Now that Prime Minister Stephen Harper has met with First Nations leaders, the Inuit are putting in their bid for a similar encounter.
“We want our own Inuit-specific meeting to focus on Inuit and Arctic issues,” Mary Simon, president of Inuit Tapiriit Kanatami, told the Nunatsiaq News. “We need to talk about some of the critical issues facing Inuit today.”
Her vision is of a meeting in the north between Inuit leaders, Harper, cabinet ministers and the premiers of territories and provinces where Inuit people live, she told the newspaper.
The January 24 Crown–First Nations Gathering, which was historic in being Harper’s first with First Nations since taking office in 2006, showed his willingness to engage with the country’s aboriginals, and Simon said she hopes it carries over to the Inuit.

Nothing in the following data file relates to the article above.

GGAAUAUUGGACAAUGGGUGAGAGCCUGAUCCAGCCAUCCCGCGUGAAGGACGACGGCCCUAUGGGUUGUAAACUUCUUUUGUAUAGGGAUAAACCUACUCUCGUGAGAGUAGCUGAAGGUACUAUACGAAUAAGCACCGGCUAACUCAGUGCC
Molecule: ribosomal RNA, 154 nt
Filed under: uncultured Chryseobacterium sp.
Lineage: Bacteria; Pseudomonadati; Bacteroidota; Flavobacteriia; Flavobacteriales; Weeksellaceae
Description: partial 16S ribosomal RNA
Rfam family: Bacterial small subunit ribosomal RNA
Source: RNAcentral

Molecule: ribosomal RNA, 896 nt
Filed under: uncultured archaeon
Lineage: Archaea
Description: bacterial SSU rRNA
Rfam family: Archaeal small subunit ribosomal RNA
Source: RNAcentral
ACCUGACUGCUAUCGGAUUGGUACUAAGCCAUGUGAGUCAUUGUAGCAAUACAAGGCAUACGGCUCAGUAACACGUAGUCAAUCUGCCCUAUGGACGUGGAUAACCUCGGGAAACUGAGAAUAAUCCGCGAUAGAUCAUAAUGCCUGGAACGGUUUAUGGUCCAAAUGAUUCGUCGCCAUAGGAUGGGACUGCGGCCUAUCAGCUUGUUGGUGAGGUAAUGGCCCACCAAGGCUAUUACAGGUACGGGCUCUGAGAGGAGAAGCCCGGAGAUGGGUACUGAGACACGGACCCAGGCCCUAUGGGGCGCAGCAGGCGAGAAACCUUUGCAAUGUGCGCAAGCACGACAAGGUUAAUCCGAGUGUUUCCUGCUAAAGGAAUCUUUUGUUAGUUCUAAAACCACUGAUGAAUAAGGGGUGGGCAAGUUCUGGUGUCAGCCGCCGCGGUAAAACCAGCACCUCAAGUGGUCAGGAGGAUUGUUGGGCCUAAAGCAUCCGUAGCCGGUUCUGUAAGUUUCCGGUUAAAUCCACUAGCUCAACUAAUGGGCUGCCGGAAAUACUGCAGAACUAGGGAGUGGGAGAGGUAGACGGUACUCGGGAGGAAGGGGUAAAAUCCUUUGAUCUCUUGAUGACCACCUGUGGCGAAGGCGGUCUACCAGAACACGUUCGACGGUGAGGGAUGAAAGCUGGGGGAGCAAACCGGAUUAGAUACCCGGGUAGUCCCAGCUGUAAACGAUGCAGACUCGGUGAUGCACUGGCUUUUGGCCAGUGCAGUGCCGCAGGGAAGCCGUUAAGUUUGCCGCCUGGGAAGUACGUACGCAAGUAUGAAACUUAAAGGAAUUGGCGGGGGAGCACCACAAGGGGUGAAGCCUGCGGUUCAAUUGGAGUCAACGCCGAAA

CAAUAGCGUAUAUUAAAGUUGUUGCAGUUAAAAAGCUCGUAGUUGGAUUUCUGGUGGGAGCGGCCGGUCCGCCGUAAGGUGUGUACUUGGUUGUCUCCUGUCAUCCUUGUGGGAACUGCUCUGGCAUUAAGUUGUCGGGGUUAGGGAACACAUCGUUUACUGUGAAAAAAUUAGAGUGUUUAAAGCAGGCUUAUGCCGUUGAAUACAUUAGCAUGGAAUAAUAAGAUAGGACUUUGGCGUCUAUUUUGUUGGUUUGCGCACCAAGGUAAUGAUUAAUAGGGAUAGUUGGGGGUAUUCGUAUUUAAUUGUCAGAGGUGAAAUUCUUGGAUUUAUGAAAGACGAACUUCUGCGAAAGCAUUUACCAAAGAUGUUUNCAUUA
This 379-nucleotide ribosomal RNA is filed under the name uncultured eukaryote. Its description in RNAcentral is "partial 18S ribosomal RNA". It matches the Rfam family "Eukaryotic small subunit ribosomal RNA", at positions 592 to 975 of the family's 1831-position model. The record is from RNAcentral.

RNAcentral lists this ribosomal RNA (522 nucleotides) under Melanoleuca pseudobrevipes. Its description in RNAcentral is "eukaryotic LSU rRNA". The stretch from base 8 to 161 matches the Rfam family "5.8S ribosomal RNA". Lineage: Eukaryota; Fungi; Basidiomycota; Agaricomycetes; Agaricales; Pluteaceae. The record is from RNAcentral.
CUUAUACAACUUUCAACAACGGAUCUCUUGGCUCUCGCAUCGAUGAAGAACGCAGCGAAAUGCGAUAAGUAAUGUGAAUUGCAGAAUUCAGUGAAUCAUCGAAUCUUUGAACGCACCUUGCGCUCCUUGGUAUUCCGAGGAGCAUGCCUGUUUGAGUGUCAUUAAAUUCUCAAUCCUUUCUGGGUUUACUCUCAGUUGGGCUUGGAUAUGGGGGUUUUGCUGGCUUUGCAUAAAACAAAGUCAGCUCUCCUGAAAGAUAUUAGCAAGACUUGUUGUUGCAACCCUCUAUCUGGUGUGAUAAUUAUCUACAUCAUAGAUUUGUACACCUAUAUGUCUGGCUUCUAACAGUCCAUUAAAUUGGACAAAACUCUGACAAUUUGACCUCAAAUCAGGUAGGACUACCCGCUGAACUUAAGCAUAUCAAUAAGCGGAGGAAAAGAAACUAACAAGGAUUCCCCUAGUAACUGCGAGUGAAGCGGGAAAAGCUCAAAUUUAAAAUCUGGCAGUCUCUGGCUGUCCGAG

“From where I was sitting, it sounds like [the summit] was about the renewal of the aboriginal relationship with the Crown,” she said, according to the Nunatsiaq News. “As first peoples, Inuit also want to have a very strong relationship with the government.”
Harper and several cabinet ministers met with more than 400 First Nations leaders in a day-long session preceded by preliminary discussions on January 23. Participants discussed moving forward on issues ranging from poverty to housing to treaty rights and self-governance, with an action plan released at the end.
Simon appeared on CBC News’s One on One with Peter Mansbridge on January 15. Below is a snippet of informal chat they had before officially filming. The entire interview is online at Mansbridge One on One on the CBC News site.